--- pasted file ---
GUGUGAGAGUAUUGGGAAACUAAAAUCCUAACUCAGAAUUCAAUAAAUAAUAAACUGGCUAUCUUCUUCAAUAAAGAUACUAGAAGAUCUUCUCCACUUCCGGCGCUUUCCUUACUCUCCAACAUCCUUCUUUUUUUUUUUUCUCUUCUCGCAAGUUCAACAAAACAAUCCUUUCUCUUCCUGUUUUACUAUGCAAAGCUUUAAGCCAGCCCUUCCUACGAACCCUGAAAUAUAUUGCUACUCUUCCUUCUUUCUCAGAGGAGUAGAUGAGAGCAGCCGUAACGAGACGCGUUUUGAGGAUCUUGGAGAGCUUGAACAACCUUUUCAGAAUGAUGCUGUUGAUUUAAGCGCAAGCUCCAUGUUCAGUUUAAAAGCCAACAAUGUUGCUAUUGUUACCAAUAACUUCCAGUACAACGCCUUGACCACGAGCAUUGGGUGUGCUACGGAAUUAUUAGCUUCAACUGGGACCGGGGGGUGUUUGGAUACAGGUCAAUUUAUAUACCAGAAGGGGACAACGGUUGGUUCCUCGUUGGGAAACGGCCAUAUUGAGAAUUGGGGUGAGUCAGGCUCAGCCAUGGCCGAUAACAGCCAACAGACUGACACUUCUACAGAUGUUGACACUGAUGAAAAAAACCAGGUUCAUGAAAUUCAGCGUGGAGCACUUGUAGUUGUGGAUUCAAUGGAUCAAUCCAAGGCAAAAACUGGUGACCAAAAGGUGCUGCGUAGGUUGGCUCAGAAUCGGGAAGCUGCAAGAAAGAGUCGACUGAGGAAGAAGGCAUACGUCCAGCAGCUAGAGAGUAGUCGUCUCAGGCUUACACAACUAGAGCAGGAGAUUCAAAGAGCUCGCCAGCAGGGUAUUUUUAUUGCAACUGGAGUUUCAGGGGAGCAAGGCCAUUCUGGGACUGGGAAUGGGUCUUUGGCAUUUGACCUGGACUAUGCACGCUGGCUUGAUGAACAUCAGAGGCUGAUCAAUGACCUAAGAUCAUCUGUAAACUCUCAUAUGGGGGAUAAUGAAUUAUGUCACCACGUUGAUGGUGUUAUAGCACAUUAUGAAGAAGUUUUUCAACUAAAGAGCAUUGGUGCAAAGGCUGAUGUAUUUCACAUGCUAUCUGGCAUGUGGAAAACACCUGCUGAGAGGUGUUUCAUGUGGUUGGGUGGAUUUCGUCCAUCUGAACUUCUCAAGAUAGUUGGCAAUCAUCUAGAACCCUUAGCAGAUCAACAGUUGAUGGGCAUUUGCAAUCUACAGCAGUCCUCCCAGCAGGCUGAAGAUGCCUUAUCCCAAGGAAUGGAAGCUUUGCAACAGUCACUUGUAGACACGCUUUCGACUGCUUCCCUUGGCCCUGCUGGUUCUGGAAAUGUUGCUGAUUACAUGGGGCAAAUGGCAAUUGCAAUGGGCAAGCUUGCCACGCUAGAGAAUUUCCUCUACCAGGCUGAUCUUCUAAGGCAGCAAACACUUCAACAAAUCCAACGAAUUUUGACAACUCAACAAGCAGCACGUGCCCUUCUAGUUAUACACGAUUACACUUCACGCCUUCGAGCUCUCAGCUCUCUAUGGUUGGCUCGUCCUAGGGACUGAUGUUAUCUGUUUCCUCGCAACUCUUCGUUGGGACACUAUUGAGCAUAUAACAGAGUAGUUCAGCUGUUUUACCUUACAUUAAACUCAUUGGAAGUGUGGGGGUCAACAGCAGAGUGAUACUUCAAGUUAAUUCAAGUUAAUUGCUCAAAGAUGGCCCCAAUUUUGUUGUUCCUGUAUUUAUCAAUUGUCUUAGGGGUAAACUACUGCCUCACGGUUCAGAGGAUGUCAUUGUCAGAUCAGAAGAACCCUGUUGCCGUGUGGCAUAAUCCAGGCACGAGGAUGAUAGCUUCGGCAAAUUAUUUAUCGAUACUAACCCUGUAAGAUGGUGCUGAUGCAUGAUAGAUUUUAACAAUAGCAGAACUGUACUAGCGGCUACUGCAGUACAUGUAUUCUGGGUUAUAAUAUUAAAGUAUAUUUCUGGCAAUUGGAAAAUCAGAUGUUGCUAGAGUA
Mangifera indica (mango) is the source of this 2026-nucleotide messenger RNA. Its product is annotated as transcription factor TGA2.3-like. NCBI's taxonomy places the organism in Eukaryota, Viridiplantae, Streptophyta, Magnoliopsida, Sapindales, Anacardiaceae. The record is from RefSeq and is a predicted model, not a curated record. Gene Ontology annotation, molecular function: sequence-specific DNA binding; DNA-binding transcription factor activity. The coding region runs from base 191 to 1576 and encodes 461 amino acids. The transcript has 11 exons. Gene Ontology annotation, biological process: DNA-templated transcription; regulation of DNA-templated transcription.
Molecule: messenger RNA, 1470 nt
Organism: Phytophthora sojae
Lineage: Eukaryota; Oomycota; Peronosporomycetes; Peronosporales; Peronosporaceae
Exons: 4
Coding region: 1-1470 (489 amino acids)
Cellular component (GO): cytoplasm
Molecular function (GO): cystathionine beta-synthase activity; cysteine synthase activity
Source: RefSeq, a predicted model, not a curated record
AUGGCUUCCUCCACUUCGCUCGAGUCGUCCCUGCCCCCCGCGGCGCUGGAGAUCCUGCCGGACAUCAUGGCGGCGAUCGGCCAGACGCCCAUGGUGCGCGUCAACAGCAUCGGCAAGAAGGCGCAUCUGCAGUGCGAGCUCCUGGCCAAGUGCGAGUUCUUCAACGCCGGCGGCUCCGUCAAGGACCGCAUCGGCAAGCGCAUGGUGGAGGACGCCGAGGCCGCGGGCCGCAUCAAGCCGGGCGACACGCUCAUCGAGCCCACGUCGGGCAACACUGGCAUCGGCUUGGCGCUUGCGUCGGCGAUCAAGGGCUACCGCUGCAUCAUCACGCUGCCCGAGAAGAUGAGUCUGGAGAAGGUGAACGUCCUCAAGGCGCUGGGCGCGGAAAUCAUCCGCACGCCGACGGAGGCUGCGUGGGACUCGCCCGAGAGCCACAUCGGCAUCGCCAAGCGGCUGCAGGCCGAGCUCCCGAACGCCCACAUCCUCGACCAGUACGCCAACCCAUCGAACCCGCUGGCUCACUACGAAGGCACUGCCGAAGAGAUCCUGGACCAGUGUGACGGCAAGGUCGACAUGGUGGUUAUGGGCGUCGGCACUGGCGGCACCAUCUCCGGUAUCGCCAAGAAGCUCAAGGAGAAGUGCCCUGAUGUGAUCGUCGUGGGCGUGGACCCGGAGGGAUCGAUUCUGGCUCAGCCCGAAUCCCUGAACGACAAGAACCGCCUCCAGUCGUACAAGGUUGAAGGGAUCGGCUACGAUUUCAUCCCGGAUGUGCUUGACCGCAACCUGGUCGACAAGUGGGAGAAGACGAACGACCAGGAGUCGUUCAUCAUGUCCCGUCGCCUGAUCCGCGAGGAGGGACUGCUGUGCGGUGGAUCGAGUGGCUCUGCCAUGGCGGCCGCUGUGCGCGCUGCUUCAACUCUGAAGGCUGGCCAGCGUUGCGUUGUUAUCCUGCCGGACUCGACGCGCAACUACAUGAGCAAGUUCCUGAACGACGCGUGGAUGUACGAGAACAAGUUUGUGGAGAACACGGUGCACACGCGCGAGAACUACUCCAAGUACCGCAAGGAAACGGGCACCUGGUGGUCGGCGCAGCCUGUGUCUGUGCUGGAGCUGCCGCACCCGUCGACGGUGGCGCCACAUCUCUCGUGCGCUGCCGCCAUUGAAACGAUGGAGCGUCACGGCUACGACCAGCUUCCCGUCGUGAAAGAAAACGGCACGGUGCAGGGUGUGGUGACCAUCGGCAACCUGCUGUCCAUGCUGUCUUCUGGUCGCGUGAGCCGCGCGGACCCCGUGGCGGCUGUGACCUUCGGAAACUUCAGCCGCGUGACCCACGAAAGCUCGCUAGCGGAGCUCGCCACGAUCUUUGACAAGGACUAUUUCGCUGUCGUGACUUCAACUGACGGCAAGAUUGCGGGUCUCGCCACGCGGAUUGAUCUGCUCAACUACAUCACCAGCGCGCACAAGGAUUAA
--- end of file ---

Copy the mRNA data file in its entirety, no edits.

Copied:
GUGUGAGAGUAUUGGGAAACUAAAAUCCUAACUCAGAAUUCAAUAAAUAAUAAACUGGCUAUCUUCUUCAAUAAAGAUACUAGAAGAUCUUCUCCACUUCCGGCGCUUUCCUUACUCUCCAACAUCCUUCUUUUUUUUUUUUCUCUUCUCGCAAGUUCAACAAAACAAUCCUUUCUCUUCCUGUUUUACUAUGCAAAGCUUUAAGCCAGCCCUUCCUACGAACCCUGAAAUAUAUUGCUACUCUUCCUUCUUUCUCAGAGGAGUAGAUGAGAGCAGCCGUAACGAGACGCGUUUUGAGGAUCUUGGAGAGCUUGAACAACCUUUUCAGAAUGAUGCUGUUGAUUUAAGCGCAAGCUCCAUGUUCAGUUUAAAAGCCAACAAUGUUGCUAUUGUUACCAAUAACUUCCAGUACAACGCCUUGACCACGAGCAUUGGGUGUGCUACGGAAUUAUUAGCUUCAACUGGGACCGGGGGGUGUUUGGAUACAGGUCAAUUUAUAUACCAGAAGGGGACAACGGUUGGUUCCUCGUUGGGAAACGGCCAUAUUGAGAAUUGGGGUGAGUCAGGCUCAGCCAUGGCCGAUAACAGCCAACAGACUGACACUUCUACAGAUGUUGACACUGAUGAAAAAAACCAGGUUCAUGAAAUUCAGCGUGGAGCACUUGUAGUUGUGGAUUCAAUGGAUCAAUCCAAGGCAAAAACUGGUGACCAAAAGGUGCUGCGUAGGUUGGCUCAGAAUCGGGAAGCUGCAAGAAAGAGUCGACUGAGGAAGAAGGCAUACGUCCAGCAGCUAGAGAGUAGUCGUCUCAGGCUUACACAACUAGAGCAGGAGAUUCAAAGAGCUCGCCAGCAGGGUAUUUUUAUUGCAACUGGAGUUUCAGGGGAGCAAGGCCAUUCUGGGACUGGGAAUGGGUCUUUGGCAUUUGACCUGGACUAUGCACGCUGGCUUGAUGAACAUCAGAGGCUGAUCAAUGACCUAAGAUCAUCUGUAAACUCUCAUAUGGGGGAUAAUGAAUUAUGUCACCACGUUGAUGGUGUUAUAGCACAUUAUGAAGAAGUUUUUCAACUAAAGAGCAUUGGUGCAAAGGCUGAUGUAUUUCACAUGCUAUCUGGCAUGUGGAAAACACCUGCUGAGAGGUGUUUCAUGUGGUUGGGUGGAUUUCGUCCAUCUGAACUUCUCAAGAUAGUUGGCAAUCAUCUAGAACCCUUAGCAGAUCAACAGUUGAUGGGCAUUUGCAAUCUACAGCAGUCCUCCCAGCAGGCUGAAGAUGCCUUAUCCCAAGGAAUGGAAGCUUUGCAACAGUCACUUGUAGACACGCUUUCGACUGCUUCCCUUGGCCCUGCUGGUUCUGGAAAUGUUGCUGAUUACAUGGGGCAAAUGGCAAUUGCAAUGGGCAAGCUUGCCACGCUAGAGAAUUUCCUCUACCAGGCUGAUCUUCUAAGGCAGCAAACACUUCAACAAAUCCAACGAAUUUUGACAACUCAACAAGCAGCACGUGCCCUUCUAGUUAUACACGAUUACACUUCACGCCUUCGAGCUCUCAGCUCUCUAUGGUUGGCUCGUCCUAGGGACUGAUGUUAUCUGUUUCCUCGCAACUCUUCGUUGGGACACUAUUGAGCAUAUAACAGAGUAGUUCAGCUGUUUUACCUUACAUUAAACUCAUUGGAAGUGUGGGGGUCAACAGCAGAGUGAUACUUCAAGUUAAUUCAAGUUAAUUGCUCAAAGAUGGCCCCAAUUUUGUUGUUCCUGUAUUUAUCAAUUGUCUUAGGGGUAAACUACUGCCUCACGGUUCAGAGGAUGUCAUUGUCAGAUCAGAAGAACCCUGUUGCCGUGUGGCAUAAUCCAGGCACGAGGAUGAUAGCUUCGGCAAAUUAUUUAUCGAUACUAACCCUGUAAGAUGGUGCUGAUGCAUGAUAGAUUUUAACAAUAGCAGAACUGUACUAGCGGCUACUGCAGUACAUGUAUUCUGGGUUAUAAUAUUAAAGUAUAUUUCUGGCAAUUGGAAAAUCAGAUGUUGCUAGAGUA
Mangifera indica (mango) is the source of this 2026-nucleotide messenger RNA. Its product is annotated as transcription factor TGA2.3-like. NCBI's taxonomy places the organism in Eukaryota, Viridiplantae, Streptophyta, Magnoliopsida, Sapindales, Anacardiaceae. The record is from RefSeq and is a predicted model, not a curated record. Gene Ontology annotation, molecular function: sequence-specific DNA binding; DNA-binding transcription factor activity. The coding region runs from base 191 to 1576 and encodes 461 amino acids. The transcript has 11 exons. Gene Ontology annotation, biological process: DNA-templated transcription; regulation of DNA-templated transcription.
Molecule: messenger RNA, 1470 nt
Organism: Phytophthora sojae
Lineage: Eukaryota; Oomycota; Peronosporomycetes; Peronosporales; Peronosporaceae
Exons: 4
Coding region: 1-1470 (489 amino acids)
Cellular component (GO): cytoplasm
Molecular function (GO): cystathionine beta-synthase activity; cysteine synthase activity
Source: RefSeq, a predicted model, not a curated record
AUGGCUUCCUCCACUUCGCUCGAGUCGUCCCUGCCCCCCGCGGCGCUGGAGAUCCUGCCGGACAUCAUGGCGGCGAUCGGCCAGACGCCCAUGGUGCGCGUCAACAGCAUCGGCAAGAAGGCGCAUCUGCAGUGCGAGCUCCUGGCCAAGUGCGAGUUCUUCAACGCCGGCGGCUCCGUCAAGGACCGCAUCGGCAAGCGCAUGGUGGAGGACGCCGAGGCCGCGGGCCGCAUCAAGCCGGGCGACACGCUCAUCGAGCCCACGUCGGGCAACACUGGCAUCGGCUUGGCGCUUGCGUCGGCGAUCAAGGGCUACCGCUGCAUCAUCACGCUGCCCGAGAAGAUGAGUCUGGAGAAGGUGAACGUCCUCAAGGCGCUGGGCGCGGAAAUCAUCCGCACGCCGACGGAGGCUGCGUGGGACUCGCCCGAGAGCCACAUCGGCAUCGCCAAGCGGCUGCAGGCCGAGCUCCCGAACGCCCACAUCCUCGACCAGUACGCCAACCCAUCGAACCCGCUGGCUCACUACGAAGGCACUGCCGAAGAGAUCCUGGACCAGUGUGACGGCAAGGUCGACAUGGUGGUUAUGGGCGUCGGCACUGGCGGCACCAUCUCCGGUAUCGCCAAGAAGCUCAAGGAGAAGUGCCCUGAUGUGAUCGUCGUGGGCGUGGACCCGGAGGGAUCGAUUCUGGCUCAGCCCGAAUCCCUGAACGACAAGAACCGCCUCCAGUCGUACAAGGUUGAAGGGAUCGGCUACGAUUUCAUCCCGGAUGUGCUUGACCGCAACCUGGUCGACAAGUGGGAGAAGACGAACGACCAGGAGUCGUUCAUCAUGUCCCGUCGCCUGAUCCGCGAGGAGGGACUGCUGUGCGGUGGAUCGAGUGGCUCUGCCAUGGCGGCCGCUGUGCGCGCUGCUUCAACUCUGAAGGCUGGCCAGCGUUGCGUUGUUAUCCUGCCGGACUCGACGCGCAACUACAUGAGCAAGUUCCUGAACGACGCGUGGAUGUACGAGAACAAGUUUGUGGAGAACACGGUGCACACGCGCGAGAACUACUCCAAGUACCGCAAGGAAACGGGCACCUGGUGGUCGGCGCAGCCUGUGUCUGUGCUGGAGCUGCCGCACCCGUCGACGGUGGCGCCACAUCUCUCGUGCGCUGCCGCCAUUGAAACGAUGGAGCGUCACGGCUACGACCAGCUUCCCGUCGUGAAAGAAAACGGCACGGUGCAGGGUGUGGUGACCAUCGGCAACCUGCUGUCCAUGCUGUCUUCUGGUCGCGUGAGCCGCGCGGACCCCGUGGCGGCUGUGACCUUCGGAAACUUCAGCCGCGUGACCCACGAAAGCUCGCUAGCGGAGCUCGCCACGAUCUUUGACAAGGACUAUUUCGCUGUCGUGACUUCAACUGACGGCAAGAUUGCGGGUCUCGCCACGCGGAUUGAUCUGCUCAACUACAUCACCAGCGCGCACAAGGAUUAA